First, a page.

The waves follow the swirls and movements of the brooding dark clouds. Only quicker. Looking up, I follow them with my finger. Gentle, delicate cloud formations, created by intervals of high and low pressure. It’s quite amazing, that something so far away, can create such a turbulent voyage.
It’s a place I call home. Staring into the flowing waves coming towards us as they crash against the bow, spraying the salty water over the deck, I find that there’s nothing I would want more from life. A peculiar request perhaps, to find comfort in something with such ambiguity. The ocean carries a terrifying omnipotence: unlimited power, impossible to stop and control. Yet, on a calm spring morning, the waves become reminiscent of a mil-pond, or a painting in Monet’s Water Lily Series, a calmness which brings an inner tranquillity as you look into the infinite horizon, a feeling that is only achievable out at sea.
I ring the bell as a harsh reminder to the mariners, that on days like this (far from the tranquillity we seldom see) we place life and death in the palm of our hands. It may seem an exaggeration, but it is not. The confidence the seamen place into me as their captain, in charge of ensuring their safety, in addition to their belongings, innermost secrets as their counsellor is a responsibility that I don’t carry lightly, but a burden I place upon myself nonetheless.
It is a test of character. I have a number of different jobs and functions aboard this ship (some of which, I did not sign up for) that I have been forced into doing. It is a shame, as the sailors bring it upon themselves to take from me, giving very little in return. I relish an opportunity to be selfless, and show them a love to them reserved for my family. Indeed, they are my family aboard this ship, as the people’s feelings whom I will return to in the future, may well have been extinguished.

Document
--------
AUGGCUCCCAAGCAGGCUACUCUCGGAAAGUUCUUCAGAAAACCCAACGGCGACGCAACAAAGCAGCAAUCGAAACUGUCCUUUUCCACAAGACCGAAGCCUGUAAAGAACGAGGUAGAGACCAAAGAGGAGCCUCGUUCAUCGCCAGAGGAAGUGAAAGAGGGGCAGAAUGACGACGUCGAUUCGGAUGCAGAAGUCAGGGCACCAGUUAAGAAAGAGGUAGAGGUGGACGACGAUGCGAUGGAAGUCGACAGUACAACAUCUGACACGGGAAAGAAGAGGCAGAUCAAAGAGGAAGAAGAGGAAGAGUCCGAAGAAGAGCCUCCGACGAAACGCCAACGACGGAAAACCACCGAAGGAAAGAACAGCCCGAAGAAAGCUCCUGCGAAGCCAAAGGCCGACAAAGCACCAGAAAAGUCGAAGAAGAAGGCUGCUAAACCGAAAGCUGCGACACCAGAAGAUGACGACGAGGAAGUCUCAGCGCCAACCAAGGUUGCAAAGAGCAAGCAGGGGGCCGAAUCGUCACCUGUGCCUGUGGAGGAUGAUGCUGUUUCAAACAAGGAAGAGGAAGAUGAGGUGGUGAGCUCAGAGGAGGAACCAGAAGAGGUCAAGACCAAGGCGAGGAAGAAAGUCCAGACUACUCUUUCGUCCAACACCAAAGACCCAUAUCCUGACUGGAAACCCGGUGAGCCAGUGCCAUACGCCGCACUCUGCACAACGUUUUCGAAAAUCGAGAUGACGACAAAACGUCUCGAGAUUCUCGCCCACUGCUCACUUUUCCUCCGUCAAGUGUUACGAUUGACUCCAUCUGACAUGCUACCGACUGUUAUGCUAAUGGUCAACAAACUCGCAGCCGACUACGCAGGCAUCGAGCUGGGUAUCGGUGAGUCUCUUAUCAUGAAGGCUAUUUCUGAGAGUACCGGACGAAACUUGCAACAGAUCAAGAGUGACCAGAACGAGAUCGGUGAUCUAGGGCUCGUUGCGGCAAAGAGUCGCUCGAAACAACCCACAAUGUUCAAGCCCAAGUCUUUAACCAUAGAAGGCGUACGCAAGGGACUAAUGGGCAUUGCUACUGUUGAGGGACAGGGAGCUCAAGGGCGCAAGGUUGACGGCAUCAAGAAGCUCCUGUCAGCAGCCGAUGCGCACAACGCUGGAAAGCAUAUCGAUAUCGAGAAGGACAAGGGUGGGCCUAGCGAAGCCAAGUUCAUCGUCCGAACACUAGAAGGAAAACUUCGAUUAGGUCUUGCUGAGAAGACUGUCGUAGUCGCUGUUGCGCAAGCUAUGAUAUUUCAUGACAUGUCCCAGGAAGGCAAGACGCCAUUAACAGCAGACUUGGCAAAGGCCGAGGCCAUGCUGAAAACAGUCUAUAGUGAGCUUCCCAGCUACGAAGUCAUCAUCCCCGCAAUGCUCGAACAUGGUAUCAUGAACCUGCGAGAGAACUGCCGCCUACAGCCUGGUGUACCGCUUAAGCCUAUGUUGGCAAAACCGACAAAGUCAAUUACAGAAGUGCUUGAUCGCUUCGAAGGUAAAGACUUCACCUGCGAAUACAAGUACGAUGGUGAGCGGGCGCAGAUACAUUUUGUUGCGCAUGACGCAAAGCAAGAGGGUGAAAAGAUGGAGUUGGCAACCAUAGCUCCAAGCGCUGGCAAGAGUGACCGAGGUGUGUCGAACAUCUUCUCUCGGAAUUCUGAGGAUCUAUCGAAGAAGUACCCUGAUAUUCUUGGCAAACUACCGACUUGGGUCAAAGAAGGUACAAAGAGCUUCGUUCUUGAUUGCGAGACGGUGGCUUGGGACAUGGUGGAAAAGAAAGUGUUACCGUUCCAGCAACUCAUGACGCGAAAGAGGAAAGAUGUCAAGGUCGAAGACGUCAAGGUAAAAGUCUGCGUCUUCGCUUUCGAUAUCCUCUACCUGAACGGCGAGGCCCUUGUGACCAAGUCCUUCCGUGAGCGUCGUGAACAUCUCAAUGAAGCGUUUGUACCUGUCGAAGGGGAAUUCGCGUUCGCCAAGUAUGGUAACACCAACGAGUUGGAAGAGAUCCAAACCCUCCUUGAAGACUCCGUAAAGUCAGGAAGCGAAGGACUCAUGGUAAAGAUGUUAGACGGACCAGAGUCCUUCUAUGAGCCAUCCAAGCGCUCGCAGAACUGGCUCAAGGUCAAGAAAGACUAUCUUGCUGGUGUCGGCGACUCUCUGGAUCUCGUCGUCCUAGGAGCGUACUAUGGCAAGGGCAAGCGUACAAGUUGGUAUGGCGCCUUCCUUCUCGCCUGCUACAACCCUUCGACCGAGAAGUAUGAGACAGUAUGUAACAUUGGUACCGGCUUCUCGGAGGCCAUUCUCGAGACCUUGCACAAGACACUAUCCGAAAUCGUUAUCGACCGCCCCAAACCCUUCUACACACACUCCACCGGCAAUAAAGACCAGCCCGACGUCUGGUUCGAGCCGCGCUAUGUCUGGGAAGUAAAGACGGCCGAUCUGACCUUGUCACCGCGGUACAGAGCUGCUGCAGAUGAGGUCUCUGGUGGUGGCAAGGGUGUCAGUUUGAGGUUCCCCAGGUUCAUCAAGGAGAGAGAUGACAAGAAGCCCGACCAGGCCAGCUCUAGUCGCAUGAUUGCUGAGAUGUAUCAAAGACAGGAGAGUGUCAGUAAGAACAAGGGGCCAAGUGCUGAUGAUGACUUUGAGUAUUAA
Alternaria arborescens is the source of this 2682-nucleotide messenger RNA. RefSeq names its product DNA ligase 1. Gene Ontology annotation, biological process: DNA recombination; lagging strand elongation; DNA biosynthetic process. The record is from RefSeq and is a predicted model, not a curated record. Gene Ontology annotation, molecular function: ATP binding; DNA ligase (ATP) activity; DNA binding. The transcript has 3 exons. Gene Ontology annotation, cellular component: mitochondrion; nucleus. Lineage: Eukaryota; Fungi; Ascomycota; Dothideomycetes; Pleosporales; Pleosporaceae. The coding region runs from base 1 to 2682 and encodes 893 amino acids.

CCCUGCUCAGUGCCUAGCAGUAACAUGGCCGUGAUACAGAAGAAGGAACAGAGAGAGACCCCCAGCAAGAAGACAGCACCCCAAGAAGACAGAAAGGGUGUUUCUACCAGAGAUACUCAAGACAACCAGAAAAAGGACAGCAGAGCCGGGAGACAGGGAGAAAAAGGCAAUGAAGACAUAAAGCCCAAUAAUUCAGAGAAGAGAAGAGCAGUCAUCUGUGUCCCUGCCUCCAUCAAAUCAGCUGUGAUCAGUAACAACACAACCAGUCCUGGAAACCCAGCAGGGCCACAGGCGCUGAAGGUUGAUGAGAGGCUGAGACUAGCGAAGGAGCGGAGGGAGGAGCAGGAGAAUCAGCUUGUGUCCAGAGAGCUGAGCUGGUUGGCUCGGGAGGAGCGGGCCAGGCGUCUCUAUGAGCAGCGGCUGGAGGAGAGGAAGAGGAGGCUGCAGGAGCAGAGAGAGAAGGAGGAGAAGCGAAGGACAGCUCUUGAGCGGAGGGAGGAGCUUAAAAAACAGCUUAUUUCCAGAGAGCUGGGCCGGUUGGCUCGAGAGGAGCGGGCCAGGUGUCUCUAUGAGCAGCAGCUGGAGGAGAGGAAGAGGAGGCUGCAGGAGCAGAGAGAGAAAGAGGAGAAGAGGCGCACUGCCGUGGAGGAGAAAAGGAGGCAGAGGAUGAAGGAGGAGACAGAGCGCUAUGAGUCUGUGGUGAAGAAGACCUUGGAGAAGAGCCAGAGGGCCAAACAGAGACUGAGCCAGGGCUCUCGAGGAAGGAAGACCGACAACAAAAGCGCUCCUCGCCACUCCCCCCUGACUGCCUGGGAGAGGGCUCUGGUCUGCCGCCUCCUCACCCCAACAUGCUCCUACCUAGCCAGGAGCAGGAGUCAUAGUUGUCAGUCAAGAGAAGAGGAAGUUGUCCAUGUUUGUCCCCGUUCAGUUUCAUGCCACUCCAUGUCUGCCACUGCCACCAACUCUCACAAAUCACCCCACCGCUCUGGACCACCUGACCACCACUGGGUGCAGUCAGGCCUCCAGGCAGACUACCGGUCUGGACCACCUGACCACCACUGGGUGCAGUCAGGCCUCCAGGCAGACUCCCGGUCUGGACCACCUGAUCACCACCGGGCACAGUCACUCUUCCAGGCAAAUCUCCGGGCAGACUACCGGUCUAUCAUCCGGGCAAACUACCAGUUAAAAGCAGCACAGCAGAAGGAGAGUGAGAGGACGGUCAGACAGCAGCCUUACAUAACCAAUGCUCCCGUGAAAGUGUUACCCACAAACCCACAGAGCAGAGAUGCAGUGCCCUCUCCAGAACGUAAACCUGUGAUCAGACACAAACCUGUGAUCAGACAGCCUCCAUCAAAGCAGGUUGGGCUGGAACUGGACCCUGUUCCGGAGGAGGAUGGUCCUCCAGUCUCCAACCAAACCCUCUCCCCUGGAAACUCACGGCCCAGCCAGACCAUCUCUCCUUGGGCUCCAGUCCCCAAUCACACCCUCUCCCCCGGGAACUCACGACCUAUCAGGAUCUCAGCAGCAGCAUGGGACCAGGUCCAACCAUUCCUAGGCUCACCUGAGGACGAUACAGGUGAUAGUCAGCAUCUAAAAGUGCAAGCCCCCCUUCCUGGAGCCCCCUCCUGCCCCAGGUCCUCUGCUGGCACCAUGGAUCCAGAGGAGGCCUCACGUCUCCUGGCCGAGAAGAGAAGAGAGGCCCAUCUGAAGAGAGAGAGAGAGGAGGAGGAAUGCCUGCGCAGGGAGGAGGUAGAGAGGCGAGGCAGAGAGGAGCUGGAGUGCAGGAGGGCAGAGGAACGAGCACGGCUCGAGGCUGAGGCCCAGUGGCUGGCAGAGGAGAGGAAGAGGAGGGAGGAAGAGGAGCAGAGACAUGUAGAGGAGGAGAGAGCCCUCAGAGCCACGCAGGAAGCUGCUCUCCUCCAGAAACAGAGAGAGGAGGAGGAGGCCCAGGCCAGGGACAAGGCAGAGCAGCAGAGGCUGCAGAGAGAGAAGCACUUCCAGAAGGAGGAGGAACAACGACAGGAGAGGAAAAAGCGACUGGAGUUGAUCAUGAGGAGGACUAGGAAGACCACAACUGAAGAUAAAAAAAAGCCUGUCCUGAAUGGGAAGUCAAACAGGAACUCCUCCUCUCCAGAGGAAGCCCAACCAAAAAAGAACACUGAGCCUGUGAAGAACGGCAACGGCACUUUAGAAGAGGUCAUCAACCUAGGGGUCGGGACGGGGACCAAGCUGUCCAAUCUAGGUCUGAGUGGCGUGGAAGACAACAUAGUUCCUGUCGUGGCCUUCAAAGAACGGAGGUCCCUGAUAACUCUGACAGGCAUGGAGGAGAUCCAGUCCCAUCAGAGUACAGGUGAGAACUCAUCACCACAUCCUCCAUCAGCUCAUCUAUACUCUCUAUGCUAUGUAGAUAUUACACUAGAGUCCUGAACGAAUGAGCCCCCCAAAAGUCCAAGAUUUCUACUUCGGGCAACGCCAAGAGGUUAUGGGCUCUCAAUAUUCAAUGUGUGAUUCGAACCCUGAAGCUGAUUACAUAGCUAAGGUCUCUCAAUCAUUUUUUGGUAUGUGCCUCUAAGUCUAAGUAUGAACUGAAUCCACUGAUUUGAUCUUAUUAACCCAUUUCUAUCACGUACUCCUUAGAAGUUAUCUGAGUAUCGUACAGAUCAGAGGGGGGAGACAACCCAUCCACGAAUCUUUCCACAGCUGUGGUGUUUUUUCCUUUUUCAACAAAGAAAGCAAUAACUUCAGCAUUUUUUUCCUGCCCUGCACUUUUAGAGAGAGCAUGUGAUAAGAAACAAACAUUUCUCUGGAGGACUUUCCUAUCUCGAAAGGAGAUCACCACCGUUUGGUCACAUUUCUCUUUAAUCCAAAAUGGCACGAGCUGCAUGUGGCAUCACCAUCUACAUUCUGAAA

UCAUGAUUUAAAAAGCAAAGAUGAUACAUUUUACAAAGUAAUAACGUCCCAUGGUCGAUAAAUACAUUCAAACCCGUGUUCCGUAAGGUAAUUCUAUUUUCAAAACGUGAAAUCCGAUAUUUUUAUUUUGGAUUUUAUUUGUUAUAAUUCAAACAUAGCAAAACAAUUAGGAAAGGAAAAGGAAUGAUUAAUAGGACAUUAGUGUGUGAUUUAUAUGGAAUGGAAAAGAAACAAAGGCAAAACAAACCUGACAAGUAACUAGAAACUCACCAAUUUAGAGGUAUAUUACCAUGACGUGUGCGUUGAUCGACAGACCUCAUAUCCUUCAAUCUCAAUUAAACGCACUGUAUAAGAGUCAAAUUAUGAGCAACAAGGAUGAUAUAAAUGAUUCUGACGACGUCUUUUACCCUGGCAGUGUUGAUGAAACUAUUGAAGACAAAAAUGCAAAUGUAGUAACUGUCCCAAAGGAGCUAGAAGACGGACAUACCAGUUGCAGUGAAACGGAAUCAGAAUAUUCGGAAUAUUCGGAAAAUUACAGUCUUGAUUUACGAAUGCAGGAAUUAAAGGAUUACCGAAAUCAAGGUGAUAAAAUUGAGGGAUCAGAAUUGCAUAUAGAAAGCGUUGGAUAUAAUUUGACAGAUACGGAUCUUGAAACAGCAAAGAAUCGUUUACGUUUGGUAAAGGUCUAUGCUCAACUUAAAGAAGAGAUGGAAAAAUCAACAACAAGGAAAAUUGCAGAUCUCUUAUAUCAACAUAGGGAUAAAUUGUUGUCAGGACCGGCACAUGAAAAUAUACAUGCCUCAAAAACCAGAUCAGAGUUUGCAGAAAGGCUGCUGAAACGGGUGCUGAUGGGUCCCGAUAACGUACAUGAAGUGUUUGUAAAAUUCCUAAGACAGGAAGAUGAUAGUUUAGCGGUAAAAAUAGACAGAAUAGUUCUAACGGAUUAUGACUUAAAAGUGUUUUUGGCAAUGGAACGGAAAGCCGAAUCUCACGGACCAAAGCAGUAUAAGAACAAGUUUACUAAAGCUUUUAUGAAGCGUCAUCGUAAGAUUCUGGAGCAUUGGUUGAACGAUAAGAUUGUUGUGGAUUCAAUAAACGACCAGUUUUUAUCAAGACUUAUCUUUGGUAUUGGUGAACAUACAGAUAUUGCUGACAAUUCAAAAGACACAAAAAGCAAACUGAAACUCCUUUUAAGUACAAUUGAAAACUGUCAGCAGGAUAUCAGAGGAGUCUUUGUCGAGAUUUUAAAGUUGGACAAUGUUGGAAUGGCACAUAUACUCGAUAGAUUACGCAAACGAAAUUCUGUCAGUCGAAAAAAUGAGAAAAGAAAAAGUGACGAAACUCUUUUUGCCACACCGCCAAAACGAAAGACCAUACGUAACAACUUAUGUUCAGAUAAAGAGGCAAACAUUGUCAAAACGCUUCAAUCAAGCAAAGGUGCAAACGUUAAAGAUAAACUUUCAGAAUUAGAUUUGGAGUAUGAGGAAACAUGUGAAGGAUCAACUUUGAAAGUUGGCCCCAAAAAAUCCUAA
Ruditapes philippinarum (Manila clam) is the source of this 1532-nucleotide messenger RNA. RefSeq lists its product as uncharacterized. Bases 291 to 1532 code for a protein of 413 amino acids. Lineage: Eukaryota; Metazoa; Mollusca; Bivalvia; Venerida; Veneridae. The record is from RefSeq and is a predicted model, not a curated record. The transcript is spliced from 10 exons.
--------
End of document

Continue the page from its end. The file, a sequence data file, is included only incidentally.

Cooped up for months, sharing the same candlelit lit innards of the ship brings us closer together. Naturally, of course. Understanding the eyes others use, to hide their full house behind five playing cards, and the vocabulary they discover after a few drinks. The light is reminiscent of a pub in the 1980s, and so is the smell, reserved for stale smoke and a slight lingering of sweat and alcohol which makes me so unusually think to myself. ‘Yes, this is a shithole, but it’s my shithole’.
I run my hands along the side of the ship, the wooden hand rail splinters me slightly as it needs to be sanded. Having hands that have been exposed to the harshness of the elements, I can withstand a few splinters. As I look down from the bridge, I catch the mariners running around, scattered, disorganised, like an orchestra without their composer, footballers without their managers, and so on. I say nothing, and quietly observe. It’s almost funny, but brings a certain melancholy to the voyage, how I would love to confide in somebody, and talk, just as they talk to me about their problems, stray morals and absent emotion.
Looking into the distance, I can see the outline of land, a similarly omnipotent structure, submerged in darkness and shadow. Out of the darkness, comes the light. However dark it seems, there will always be light deep in the darkness, it will always be there to find you, and steer you in the right way. When anyone sees a lighthouse, they stay clear. Don’t they?